Palestinians in Jordan were pressured to deny their identity. The Jordanian kings were allied with Israel on more than one occasion and sought to preserve their power while the PLO and Palestinians wanted a fight for liberation. It led to Black September. The Jordanian Government makes it hard for Jordanian citizens to keep Palestinian documents or connections.

In Europe, the people of Europe are generally sympathetic with the Palestinian people and the media tends to have more favorable reporting about Palestinians. The European governments on the other hand are a different story. They are afraid to stand against injustices vis-a-vis Palestinians, but that has been changing in Scandinavia, at least.

In the US, there is so much discrimination against Arabs. The media made people feel as if Arabs should be ashamed of being Arabs. They are demonized very heavily including Palestinians. Some decades ago, Palestinians got questioned and harassed by the FBI if they were pro-Palestinian. Also, Palestinian activists and anti-apartheid activists were spied upon by the ADL and nothing happened to the ADL. People can get in trouble if any money remotely goes to any organization possibly affiliated with even charity given out by Hamas, but nothing will happen to people sending money for settlements. However, public opinion is beginning to shift, racism against Palestinians is beginning to become less. The American people are rather nice. It's the government and media that needs to be nicer. Politically when it comes to the media, the Palestinians in the diaspora feel under seige.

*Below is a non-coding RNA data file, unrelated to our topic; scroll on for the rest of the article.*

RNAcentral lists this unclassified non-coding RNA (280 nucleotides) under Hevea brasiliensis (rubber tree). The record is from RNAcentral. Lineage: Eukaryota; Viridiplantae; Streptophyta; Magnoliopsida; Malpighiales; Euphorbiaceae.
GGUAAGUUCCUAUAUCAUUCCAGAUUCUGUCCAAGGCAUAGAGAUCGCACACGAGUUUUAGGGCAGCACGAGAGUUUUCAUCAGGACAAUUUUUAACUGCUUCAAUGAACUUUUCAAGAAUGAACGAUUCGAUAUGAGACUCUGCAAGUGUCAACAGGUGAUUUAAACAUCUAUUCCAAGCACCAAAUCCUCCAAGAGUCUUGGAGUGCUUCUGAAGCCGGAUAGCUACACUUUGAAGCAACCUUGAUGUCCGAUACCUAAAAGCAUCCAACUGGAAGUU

Canada is more open to Palestinians and Arabs in general than the US. The government is another matter with the Conservatives. The Canadian media tends to report stories America doesn't report so much. Palestinians seem more connected to Canadian society than American society. French Canada in Quebec is more sympathetic to Palestinians and diaspora Palestinians and their culture than English Canada.
This might or might not have anything to do with diaspora, but both my parents and I discussed identity and both had warned my sisters and I to not feed into what Arab nationality we considered ourselves because that's feeding into divide and rule. One of my mother's students used to ask her where my dad - and her husband - was from originally, and she said, "Does it matter?" However, the more you resist answering that question, the more other people will try to push you to say something you didn't want to say in the first place.

Basil, I remember after 9/11, most Arab and Muslim organizations in the States were afraid to donate any money for fear they'd be called names, not to mention being paid a visit by law enforcement.
The instructor at my school has a view very similar to your parents. She feels that nationalism is the crux of conflict.
Your instructor is correct. It's very easy to let yourself get caught up in nationalistic fervor if you do let people tell you what nationality you should be. This came out of a conversation I had with my dad ten years ago on our way into Amman for work. He said when he was a young boy, he didn't think of his identity in terms of how much of an Arab anyone was. He wasn't an Arab only, but he said the same thing to me and my sisters two years afterwards: don't let anyone dictate to you what nationality you should be.
The summary of the Chat Workshop is now available for download. Enjoy!